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I'm thinking about migrating one of my django application to meteor. But there is one question I'm trying to answer before doing this: How does Meteor encrypt a password? (with the account-password package?)

In my case, I used the default django password encryption:

Django provides a flexible password storage system and uses PBKDF2 by default.
The password attribute of a User object is a string in this format:


So my passwords are stored like this:


Is it impossible to make Meteor adopt the same scheme so as my current users can continue to use my application without resetting their password?

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up vote 2 down vote accepted

accounts-password uses SRP to authenticate users. This was mentioned in the blog post for meteor 0.5:

Support for the Secure Remote Password protocol. Developed at Stanford, SRP lets a user securely log in to a server without ever sending that server their unencrypted password. The kind of high-profile security breaches at LinkedIn and Pandora earlier this year are impossible with SRP. Instead of asking every application developer to safely store passwords, we've baked the very best technology right into Meteor Accounts.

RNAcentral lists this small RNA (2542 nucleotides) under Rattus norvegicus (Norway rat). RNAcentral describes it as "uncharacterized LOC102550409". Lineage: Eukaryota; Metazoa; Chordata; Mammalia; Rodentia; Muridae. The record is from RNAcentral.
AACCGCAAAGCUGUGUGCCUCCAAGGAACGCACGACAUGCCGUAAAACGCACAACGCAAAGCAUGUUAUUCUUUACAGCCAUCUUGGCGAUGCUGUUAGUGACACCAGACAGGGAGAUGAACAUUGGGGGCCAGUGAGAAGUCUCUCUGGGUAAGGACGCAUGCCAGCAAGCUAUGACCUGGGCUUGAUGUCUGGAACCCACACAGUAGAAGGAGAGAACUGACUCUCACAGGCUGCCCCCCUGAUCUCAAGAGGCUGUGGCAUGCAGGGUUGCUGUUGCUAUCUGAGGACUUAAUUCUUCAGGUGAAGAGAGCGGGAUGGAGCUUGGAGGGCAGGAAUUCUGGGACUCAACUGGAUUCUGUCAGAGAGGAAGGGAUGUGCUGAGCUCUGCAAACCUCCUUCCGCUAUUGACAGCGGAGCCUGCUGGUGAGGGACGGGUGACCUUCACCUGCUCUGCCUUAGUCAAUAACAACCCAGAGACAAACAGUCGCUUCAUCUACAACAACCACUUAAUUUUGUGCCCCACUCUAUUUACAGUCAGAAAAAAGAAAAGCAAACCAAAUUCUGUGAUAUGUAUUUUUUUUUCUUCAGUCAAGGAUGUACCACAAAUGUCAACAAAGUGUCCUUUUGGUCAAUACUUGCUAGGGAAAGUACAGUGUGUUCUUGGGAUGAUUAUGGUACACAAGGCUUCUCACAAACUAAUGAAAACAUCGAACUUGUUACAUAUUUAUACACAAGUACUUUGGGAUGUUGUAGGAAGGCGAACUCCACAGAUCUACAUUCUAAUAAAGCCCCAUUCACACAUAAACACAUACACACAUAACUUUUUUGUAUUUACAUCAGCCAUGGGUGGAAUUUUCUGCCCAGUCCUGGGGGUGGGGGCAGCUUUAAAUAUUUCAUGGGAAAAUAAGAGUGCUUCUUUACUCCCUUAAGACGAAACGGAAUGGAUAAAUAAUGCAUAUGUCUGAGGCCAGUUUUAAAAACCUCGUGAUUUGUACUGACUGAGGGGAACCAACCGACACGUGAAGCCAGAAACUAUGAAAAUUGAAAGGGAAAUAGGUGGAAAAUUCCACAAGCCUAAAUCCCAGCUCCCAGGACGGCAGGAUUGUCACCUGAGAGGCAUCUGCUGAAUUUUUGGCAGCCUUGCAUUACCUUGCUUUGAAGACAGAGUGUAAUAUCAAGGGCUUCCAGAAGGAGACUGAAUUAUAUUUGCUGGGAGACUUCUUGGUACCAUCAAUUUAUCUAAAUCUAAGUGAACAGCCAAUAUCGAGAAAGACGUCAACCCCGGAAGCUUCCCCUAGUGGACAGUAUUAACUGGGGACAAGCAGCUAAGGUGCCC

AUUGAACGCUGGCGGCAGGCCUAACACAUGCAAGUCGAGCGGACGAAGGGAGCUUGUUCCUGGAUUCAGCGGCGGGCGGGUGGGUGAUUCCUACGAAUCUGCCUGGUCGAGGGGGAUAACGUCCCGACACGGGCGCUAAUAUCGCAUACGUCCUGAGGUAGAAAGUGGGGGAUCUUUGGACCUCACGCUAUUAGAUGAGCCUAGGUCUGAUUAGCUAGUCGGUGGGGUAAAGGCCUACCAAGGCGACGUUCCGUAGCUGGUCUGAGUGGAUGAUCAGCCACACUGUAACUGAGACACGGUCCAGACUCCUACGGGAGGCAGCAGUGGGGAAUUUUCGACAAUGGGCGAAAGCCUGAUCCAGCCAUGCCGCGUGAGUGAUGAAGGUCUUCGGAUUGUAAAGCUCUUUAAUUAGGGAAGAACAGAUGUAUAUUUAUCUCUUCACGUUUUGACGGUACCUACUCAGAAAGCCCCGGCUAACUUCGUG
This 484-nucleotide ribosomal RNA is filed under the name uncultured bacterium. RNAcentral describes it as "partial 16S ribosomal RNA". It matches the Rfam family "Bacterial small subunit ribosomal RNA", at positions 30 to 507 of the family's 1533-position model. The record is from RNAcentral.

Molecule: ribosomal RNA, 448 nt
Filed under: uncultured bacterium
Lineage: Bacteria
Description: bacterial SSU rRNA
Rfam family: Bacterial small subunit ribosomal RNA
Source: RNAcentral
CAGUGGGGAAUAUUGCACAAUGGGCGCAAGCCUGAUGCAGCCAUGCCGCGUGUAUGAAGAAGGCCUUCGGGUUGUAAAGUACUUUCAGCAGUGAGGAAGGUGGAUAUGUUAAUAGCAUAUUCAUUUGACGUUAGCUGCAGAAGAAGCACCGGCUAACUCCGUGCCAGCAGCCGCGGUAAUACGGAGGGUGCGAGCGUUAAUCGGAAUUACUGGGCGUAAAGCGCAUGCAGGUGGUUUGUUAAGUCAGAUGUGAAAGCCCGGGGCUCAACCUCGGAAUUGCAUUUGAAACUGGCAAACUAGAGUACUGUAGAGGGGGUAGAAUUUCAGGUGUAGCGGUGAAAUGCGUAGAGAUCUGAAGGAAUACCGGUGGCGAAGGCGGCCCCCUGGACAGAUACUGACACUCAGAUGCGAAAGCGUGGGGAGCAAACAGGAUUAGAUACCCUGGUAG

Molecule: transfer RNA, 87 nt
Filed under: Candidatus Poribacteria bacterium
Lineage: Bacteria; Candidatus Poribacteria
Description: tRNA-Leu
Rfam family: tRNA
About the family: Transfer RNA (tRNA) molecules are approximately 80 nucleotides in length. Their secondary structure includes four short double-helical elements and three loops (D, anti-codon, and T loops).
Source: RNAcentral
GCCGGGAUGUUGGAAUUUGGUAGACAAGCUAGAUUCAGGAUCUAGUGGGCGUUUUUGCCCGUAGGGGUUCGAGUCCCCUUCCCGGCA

It's also discussed a little bit in this recent video. Side note - it's interesting that they are considering adding bcrypt in the future.

So for now, the good news is that meteor does not store password-equivalent information in the database. The bad news is that your users will need to reset their passwords if you choose to migrate your framework.

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Regarding the actual conversion of passwords to SRP, it seems the OP has some time so I'd suggest prepending a step into the normal Django login flow which takes the plaintext password and stores the SRP equivalent when the user logs in. Over time the SRP set will grow to match your active userbase and conversion won't be as painful. Inactive users can be prompted to reset their password when needed. – alanning Mar 25 '14 at 15:21

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